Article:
PHILADELPHIA (WPVI) -- Philadelphia has always been a popular tourist stop for people, but it's also flyover territory for tens of millions of birds each year.
The City of Brotherly Love is located along the Atlantic Flyway, a major migratory path in eastern North America.
Environmental groups have partnered with city and building leaders in Philadelphia to announce a voluntary program to protect migrating birds.
"The city has an important responsibility to protect these birds," said Keith Russell of Audubon Mid-Atlantic.
RELATED: Hundreds of migratory birds found dead after flying into Center City buildings
The program is called Lights Out Philly, and it involves turning off or lowering as many external and internal building lights as possible during migration seasons when birds pass through the city by the millions.
Russell explained that birds fly into buildings daily, especially during migration season. They get confused by the bright, artificial lights and glass.
Back in October, 6abc spoke with Russell after more than 1,000 birds were killed in one day in Center City. That staggering number was the catalyst for change.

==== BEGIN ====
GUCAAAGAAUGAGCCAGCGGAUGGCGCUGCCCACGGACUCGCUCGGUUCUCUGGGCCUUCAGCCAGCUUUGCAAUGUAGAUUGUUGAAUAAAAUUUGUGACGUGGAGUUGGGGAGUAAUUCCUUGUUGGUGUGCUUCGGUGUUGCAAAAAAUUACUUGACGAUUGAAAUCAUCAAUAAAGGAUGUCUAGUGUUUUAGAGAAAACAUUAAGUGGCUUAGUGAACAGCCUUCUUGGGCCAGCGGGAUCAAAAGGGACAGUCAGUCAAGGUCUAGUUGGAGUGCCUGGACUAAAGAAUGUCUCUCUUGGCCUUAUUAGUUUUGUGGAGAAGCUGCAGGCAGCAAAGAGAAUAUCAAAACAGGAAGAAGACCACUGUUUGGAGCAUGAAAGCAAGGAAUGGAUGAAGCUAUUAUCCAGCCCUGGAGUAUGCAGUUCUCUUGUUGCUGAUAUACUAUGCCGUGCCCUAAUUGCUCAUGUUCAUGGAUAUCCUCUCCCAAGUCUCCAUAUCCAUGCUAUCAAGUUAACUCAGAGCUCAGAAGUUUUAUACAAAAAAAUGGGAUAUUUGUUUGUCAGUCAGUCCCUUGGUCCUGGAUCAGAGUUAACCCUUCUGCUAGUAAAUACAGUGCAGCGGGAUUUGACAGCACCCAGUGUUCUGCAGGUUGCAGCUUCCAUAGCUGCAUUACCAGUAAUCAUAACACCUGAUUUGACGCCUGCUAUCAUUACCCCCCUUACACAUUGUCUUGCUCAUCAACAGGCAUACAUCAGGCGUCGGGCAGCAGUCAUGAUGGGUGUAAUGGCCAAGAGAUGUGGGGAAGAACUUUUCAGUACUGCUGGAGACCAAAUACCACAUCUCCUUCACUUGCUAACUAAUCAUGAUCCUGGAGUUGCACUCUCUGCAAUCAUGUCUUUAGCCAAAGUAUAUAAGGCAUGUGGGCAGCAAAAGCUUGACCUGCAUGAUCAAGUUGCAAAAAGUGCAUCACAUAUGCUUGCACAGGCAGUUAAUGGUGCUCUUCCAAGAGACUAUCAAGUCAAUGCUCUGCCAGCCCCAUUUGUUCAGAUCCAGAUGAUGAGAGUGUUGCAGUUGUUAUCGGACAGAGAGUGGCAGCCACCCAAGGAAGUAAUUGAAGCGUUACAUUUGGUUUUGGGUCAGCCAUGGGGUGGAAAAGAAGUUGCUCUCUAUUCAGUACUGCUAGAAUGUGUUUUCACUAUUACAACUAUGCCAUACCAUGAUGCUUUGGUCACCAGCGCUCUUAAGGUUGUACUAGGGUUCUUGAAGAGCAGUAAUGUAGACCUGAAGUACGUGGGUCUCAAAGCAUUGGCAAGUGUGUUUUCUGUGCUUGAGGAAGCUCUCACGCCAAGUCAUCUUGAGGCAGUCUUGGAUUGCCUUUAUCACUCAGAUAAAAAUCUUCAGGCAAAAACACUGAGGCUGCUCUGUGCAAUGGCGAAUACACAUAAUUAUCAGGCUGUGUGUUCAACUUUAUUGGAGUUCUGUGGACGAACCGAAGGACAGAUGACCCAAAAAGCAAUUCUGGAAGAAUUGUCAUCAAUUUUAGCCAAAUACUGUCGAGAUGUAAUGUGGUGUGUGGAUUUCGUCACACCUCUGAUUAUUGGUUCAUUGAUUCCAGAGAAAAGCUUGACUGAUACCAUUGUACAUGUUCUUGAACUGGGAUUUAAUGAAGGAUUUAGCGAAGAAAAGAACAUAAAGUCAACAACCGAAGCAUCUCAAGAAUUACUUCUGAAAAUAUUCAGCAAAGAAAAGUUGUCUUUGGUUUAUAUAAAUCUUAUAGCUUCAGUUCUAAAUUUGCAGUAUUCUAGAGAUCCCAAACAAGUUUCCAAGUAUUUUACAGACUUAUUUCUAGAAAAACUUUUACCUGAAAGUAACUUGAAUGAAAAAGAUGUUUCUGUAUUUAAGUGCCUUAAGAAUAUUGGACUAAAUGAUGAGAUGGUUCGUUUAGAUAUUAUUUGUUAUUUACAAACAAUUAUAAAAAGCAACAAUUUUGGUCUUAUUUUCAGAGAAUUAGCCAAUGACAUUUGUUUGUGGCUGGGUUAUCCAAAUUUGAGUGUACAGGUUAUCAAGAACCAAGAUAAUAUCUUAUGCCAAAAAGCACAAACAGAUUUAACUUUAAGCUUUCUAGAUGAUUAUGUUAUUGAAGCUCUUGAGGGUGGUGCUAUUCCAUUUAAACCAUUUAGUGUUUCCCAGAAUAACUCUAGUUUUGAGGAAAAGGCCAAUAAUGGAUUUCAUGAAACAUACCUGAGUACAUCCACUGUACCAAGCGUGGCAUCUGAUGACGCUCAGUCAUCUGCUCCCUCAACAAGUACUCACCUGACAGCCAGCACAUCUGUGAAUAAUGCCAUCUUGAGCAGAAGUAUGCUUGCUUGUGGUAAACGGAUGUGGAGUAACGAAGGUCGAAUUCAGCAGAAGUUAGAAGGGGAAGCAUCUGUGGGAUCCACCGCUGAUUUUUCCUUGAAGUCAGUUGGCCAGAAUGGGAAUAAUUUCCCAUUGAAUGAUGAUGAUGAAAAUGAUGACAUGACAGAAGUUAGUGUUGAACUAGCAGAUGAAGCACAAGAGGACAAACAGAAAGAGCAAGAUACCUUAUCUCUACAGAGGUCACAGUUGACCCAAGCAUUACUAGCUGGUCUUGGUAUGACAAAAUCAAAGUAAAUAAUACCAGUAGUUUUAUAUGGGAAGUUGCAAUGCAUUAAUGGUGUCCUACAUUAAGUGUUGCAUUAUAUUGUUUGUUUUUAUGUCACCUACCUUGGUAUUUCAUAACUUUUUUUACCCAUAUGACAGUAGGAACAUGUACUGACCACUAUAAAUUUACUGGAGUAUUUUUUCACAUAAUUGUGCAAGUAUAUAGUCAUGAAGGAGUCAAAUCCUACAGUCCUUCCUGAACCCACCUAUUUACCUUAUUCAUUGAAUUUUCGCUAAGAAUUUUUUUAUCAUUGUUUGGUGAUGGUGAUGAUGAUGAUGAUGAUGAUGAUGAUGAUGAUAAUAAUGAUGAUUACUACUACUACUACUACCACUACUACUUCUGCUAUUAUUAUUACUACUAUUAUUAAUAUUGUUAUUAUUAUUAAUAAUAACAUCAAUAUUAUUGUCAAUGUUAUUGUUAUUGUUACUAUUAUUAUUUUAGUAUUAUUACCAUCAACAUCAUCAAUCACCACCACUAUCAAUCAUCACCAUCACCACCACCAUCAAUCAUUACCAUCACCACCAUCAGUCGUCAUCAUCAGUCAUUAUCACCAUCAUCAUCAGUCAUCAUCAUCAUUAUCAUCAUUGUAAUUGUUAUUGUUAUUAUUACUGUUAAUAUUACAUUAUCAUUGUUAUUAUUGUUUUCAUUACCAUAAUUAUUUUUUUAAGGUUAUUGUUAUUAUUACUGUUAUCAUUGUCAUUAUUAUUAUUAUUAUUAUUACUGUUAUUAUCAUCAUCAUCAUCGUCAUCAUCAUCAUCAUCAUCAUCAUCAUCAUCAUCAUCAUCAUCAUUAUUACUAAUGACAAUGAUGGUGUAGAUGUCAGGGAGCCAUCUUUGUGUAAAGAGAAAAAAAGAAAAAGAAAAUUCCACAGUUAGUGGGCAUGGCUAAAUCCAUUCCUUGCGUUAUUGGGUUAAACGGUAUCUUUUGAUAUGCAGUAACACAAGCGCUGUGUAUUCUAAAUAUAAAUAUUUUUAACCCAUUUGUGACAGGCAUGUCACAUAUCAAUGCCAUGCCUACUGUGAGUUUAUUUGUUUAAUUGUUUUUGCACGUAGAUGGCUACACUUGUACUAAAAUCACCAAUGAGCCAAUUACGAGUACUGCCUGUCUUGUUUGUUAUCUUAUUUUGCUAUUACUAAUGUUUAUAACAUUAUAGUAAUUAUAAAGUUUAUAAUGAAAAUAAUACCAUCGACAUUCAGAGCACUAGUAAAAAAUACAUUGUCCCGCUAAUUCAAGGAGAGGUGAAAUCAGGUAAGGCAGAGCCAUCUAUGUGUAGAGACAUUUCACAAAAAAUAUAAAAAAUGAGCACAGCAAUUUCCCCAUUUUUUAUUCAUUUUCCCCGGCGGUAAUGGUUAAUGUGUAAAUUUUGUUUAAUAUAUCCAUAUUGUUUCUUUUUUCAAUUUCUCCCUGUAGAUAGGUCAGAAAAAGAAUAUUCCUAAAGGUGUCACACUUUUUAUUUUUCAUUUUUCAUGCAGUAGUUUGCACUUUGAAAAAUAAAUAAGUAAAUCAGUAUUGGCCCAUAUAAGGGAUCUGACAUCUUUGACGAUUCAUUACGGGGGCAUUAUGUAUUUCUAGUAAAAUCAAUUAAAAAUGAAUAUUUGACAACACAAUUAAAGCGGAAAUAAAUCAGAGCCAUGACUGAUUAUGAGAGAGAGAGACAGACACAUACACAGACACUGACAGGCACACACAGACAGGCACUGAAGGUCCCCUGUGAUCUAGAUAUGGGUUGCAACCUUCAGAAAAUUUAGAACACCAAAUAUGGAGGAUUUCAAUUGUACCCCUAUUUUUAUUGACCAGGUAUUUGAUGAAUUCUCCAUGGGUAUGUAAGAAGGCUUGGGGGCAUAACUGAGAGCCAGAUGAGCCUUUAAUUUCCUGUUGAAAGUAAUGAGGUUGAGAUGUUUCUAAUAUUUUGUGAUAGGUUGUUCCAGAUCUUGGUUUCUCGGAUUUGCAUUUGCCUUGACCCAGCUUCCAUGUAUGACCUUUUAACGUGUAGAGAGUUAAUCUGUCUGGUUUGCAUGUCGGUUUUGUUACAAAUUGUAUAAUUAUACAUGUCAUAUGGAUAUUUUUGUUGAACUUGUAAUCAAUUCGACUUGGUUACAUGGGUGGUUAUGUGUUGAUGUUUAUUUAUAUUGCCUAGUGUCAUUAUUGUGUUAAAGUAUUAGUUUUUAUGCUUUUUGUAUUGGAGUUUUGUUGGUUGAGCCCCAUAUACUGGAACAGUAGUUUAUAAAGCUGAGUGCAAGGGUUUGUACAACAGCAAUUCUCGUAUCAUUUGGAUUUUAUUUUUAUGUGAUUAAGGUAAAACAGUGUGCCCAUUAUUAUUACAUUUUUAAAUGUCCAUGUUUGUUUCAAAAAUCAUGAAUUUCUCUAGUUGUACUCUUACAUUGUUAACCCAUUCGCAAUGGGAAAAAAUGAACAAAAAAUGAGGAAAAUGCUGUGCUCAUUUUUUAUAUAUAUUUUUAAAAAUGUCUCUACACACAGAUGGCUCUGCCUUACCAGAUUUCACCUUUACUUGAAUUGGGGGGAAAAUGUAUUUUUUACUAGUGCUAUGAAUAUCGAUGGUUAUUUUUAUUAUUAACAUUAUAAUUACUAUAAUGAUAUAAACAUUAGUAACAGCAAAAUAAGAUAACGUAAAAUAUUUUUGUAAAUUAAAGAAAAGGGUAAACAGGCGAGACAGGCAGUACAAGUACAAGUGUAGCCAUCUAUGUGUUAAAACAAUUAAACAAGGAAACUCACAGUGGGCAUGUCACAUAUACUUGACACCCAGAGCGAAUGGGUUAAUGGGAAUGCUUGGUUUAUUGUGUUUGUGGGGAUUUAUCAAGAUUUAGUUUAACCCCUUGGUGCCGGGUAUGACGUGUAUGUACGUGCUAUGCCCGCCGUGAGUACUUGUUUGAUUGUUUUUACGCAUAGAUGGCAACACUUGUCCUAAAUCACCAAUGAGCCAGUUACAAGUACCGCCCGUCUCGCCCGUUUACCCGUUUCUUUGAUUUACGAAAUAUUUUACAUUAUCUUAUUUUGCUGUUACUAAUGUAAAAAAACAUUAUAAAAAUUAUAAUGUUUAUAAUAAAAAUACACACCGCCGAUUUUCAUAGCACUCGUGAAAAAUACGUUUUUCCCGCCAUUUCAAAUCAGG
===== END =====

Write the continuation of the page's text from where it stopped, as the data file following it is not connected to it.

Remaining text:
"The problem was clear, and the environmental and conservation communities decided to combine forces to figure out a solution," said Scott Cooper, president and CEO of the Academy of Natural Sciences.
The groups partnered with the city and building leaders to form a coalition called Bird Safe Philly.
On Thursday, Bird Safe Philly announced that Philadelphia will join 33 other cities in the initiative.
In Lights Out Philly, property managers and tenants are asked to turn off lights at night during spring and fall migrations, in buildings tall and small.
"The science tells us that the vast majority of birds that die from collisions are dying on private homes and low rises, so we know that all of these types of buildings need to participate," Russell stated.
The spring migration season runs from April 1 to May 31. Peak fall migration runs from August 15 to November 15, as birds travel south.
City leaders added that the initiative supports Philadelphia's climate and sustainability goals.
"It also will help building owners and operators and tenants lower their energy bills and reduce their carbon emissions," remarked Katherine Gilmore Richardson, Philadelphia City Councilmember and chair of the Council Committee on the Environment.
Philadelphia launches new initiative to protect migrating birds
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